Louisville City FC veteran Niall McCabe celebrates with forward Wilson Harris, part of the new guard that has helped maintain the club's history of success. | Photo courtesy Em-Dash Photography / Louisville City FC

“I think we had a really good group,” said McCabe. “James was obviously at the helm as well back then, and he didn’t mess around. It was win-or-bust, every game. We trained like every Saturday was a cup final. It sounds cliché, we had a very small roster at that point – 18 or 19 players and three of them were goalkeepers – so in terms of outfield players it was quite small, so you knew everyone was going to be needed.

“I think it really kind of set the standard for us the next year, because we got to the Eastern Conference Final and lost to Rochester 1-0. It really leaves a sour taste in your mouth, and the next preseason you want to come back and do it all again.”

LouCity fell at the same hurdle the following year, eliminated in a penalty shootout by eventual title-winners Tyler Adams, Aaron Long and the New York Red Bulls II, but by the start of the 2017 season the core of the group that would lead the side’s success had formed.

McCabe and the club’s all-time leading goalscorer Cameron Lancaster were part of the original squad. In Year 2 arrived recently-retired captain Paolo DelPiccolo and center back Paco Craig, and then for Year 3 the trio of Brian Ownby, Oscar Jimenez and Sean Totsch, all of whom played important roles for the side that would win consecutive Championship titles in 2017 and 2018 and reach the Final again in 2019 before seeing its bid for a three-peat ended by Real Monarchs SLC.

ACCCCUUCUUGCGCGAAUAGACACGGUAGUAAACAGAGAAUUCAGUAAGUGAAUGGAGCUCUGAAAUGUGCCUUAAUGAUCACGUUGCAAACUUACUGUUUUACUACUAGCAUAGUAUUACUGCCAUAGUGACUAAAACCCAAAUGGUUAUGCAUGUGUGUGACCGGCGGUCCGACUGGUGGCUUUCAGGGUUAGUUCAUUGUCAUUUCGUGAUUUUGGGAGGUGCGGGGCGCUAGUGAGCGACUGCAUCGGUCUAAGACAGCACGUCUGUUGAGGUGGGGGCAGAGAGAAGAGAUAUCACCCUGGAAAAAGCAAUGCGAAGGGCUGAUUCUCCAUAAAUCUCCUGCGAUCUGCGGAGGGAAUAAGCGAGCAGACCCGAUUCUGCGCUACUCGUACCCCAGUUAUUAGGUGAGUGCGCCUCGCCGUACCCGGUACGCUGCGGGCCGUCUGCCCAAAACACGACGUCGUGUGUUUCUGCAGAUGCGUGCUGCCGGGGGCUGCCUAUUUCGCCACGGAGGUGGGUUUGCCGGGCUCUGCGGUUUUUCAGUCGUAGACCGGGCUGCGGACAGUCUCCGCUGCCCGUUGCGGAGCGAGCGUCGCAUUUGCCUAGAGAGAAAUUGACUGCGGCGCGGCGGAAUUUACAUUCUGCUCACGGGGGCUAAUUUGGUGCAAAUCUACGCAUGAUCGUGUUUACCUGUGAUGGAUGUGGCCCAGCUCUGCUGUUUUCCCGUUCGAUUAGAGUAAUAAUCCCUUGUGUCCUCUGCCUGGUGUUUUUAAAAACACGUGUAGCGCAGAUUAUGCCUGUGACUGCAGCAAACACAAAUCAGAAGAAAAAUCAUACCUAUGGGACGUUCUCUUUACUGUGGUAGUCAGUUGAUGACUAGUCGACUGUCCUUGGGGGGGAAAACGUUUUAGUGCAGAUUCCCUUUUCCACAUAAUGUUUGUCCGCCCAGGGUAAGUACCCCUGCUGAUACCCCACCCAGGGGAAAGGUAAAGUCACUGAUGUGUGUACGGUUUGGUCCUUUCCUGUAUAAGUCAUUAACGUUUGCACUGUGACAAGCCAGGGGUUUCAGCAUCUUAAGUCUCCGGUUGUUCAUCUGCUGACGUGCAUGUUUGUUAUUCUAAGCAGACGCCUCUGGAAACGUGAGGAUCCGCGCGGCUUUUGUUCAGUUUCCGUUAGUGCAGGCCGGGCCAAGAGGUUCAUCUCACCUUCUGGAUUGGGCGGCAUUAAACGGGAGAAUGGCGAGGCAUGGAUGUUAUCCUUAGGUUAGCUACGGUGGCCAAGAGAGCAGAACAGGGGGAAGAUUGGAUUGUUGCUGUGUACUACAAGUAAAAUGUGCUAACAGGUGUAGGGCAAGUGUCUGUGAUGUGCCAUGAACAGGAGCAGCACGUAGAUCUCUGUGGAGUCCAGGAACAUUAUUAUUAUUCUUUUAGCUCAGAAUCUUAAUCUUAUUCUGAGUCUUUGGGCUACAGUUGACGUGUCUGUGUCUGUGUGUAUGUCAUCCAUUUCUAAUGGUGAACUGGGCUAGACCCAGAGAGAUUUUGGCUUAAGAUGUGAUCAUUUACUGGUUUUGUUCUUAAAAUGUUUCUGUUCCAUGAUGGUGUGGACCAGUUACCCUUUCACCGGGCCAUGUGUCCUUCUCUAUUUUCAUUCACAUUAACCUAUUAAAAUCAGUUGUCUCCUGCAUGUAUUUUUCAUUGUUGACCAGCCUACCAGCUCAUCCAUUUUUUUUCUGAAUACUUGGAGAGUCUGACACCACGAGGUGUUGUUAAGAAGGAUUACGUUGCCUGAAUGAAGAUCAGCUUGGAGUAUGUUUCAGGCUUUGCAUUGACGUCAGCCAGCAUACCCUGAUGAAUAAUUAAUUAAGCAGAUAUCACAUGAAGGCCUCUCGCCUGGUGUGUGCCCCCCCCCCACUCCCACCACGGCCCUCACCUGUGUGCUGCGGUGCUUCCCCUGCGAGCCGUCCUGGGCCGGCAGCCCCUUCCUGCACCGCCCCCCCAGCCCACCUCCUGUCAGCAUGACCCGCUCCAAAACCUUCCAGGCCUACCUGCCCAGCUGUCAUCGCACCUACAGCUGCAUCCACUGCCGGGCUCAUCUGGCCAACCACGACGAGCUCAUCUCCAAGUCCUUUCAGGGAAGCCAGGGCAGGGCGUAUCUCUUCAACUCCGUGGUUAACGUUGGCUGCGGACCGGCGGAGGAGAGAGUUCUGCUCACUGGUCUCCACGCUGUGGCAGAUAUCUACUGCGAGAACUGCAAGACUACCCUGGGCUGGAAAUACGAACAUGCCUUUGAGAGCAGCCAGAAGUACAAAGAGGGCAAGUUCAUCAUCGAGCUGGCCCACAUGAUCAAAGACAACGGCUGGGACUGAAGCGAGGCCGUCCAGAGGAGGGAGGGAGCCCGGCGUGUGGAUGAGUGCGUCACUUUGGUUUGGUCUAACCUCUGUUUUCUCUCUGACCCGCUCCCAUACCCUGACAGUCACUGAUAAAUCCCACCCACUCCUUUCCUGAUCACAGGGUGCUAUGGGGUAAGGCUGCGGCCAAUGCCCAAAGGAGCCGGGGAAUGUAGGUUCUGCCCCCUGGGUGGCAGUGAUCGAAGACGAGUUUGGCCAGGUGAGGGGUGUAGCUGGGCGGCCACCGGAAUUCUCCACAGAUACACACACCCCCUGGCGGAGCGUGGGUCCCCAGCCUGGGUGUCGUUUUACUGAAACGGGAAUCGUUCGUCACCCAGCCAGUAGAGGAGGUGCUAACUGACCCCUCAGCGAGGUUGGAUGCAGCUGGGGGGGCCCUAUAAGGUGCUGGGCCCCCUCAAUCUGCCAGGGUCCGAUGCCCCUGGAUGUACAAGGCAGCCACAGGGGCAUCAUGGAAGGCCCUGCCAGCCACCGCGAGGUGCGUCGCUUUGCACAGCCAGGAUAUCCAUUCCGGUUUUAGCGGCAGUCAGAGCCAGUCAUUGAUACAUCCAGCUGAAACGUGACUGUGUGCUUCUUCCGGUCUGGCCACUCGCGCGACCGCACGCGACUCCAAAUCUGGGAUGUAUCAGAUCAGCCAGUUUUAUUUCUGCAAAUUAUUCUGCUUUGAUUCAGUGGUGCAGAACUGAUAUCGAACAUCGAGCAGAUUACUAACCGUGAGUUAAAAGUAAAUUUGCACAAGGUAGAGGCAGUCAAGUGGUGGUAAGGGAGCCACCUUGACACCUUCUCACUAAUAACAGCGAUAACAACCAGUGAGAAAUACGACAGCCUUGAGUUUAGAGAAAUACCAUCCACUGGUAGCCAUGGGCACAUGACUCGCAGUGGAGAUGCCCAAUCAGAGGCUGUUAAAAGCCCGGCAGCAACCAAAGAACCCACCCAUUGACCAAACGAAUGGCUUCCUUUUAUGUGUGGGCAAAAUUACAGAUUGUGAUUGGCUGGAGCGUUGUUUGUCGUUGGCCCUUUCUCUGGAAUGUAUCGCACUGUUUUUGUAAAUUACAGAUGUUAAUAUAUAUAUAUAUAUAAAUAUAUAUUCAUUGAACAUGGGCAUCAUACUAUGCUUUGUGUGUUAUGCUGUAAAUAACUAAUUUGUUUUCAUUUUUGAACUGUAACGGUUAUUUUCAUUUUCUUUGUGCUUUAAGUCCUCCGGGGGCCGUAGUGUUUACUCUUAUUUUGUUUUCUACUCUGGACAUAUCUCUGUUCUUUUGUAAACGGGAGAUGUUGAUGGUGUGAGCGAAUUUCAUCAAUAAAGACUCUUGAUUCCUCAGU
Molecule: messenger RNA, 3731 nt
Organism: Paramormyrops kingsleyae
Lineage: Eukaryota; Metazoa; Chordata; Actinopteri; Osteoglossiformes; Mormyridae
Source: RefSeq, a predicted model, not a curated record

Niall McCabe celebrates Louisville City FC's 2018 USL Championship Final victory as the club became the first to win consecutive league titles in the Championship era. | Photo courtesy Em-Dash Photography / Louisville City FC

Totsch and Ownby remain part of the squad today, but as the club has grown, McCabe has been joined by a new set of players that are equally driven to succeed. Among them there are a few, like 21-year-old LouCity Academy graduates Elijah Wynder and Carlos Moguel Jr., that grew up watching him star for the club as youngsters.

According to McCabe, the early success that laid the foundation for its permanent home and successful Academy program is central to the scale of LouCity’s rising visibility and influence.

“I think the core is still the same, they always want to win, they always want to be a success,” said McCabe of the club’s evolution. “Year 1 to Year 10, that’s still the main thing. It’s just gotten so much bigger. I feel like a sense of importance now on winning as well, because we have the stadium.